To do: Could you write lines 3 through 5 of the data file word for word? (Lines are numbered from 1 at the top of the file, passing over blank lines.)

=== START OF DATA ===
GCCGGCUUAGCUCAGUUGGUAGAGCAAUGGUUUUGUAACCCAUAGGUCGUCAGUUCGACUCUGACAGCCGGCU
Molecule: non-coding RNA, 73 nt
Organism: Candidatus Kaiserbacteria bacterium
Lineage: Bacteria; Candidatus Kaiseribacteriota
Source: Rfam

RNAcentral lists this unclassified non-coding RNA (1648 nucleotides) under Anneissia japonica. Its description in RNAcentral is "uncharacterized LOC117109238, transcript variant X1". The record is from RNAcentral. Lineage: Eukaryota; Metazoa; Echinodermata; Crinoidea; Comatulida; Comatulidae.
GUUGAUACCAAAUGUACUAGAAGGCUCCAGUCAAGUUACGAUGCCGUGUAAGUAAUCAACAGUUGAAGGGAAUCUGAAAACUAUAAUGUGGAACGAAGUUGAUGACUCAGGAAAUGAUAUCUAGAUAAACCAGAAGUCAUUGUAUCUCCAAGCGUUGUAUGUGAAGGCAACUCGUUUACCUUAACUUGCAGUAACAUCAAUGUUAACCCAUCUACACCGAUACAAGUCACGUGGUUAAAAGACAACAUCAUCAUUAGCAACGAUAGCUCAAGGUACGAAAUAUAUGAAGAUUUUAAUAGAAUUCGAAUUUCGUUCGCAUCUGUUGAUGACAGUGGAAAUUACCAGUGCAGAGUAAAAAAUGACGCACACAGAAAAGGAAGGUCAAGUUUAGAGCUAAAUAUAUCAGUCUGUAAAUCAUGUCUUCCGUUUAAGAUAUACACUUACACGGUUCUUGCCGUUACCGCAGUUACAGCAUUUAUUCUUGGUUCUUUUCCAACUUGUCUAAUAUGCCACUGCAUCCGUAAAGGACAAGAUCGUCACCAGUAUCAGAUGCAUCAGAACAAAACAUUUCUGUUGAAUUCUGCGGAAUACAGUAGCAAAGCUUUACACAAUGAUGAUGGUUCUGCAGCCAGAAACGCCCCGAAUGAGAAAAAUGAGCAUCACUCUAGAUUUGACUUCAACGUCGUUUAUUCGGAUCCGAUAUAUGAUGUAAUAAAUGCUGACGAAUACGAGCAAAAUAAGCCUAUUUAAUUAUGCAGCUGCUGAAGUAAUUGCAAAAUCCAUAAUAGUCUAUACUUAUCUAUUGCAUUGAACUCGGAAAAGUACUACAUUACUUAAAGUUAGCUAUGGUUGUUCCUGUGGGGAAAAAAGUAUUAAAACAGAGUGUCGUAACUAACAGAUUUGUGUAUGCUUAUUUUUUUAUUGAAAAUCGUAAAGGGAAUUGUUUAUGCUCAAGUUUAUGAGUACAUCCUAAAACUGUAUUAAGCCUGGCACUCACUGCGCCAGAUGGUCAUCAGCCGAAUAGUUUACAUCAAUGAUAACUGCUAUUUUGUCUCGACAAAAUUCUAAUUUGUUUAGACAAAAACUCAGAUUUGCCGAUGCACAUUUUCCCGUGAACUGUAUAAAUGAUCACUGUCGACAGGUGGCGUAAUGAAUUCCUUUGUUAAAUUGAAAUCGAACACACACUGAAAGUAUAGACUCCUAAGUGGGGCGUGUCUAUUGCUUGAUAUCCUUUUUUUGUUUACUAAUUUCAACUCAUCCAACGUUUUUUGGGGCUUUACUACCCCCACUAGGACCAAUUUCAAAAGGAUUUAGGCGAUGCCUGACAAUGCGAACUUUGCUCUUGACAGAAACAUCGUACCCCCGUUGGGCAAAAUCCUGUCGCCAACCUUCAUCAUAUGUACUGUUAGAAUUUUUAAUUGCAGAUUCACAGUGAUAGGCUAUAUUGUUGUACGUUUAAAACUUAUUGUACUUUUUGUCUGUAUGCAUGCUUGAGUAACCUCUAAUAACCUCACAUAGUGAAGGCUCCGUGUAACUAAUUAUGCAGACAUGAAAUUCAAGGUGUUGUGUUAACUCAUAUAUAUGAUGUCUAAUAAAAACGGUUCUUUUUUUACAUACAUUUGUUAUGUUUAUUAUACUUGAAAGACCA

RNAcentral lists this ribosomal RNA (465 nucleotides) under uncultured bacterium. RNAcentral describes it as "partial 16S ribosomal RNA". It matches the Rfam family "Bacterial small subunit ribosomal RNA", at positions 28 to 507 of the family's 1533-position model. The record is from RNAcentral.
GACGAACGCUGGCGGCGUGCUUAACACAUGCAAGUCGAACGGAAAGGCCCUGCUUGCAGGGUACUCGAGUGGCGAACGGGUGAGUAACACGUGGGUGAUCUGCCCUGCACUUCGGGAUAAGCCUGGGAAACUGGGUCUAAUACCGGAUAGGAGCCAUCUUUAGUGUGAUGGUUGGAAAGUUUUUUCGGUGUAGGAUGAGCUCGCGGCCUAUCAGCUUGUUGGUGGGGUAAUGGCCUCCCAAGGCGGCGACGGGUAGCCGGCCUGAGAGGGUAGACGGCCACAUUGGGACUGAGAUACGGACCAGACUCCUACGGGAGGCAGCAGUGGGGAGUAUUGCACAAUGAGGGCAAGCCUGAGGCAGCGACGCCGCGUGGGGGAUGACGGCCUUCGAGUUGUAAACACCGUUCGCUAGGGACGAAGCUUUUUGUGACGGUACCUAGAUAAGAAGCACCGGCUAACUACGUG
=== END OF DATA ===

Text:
Organism: Candidatus Kaiserbacteria bacterium
Lineage: Bacteria; Candidatus Kaiseribacteriota
Source: Rfam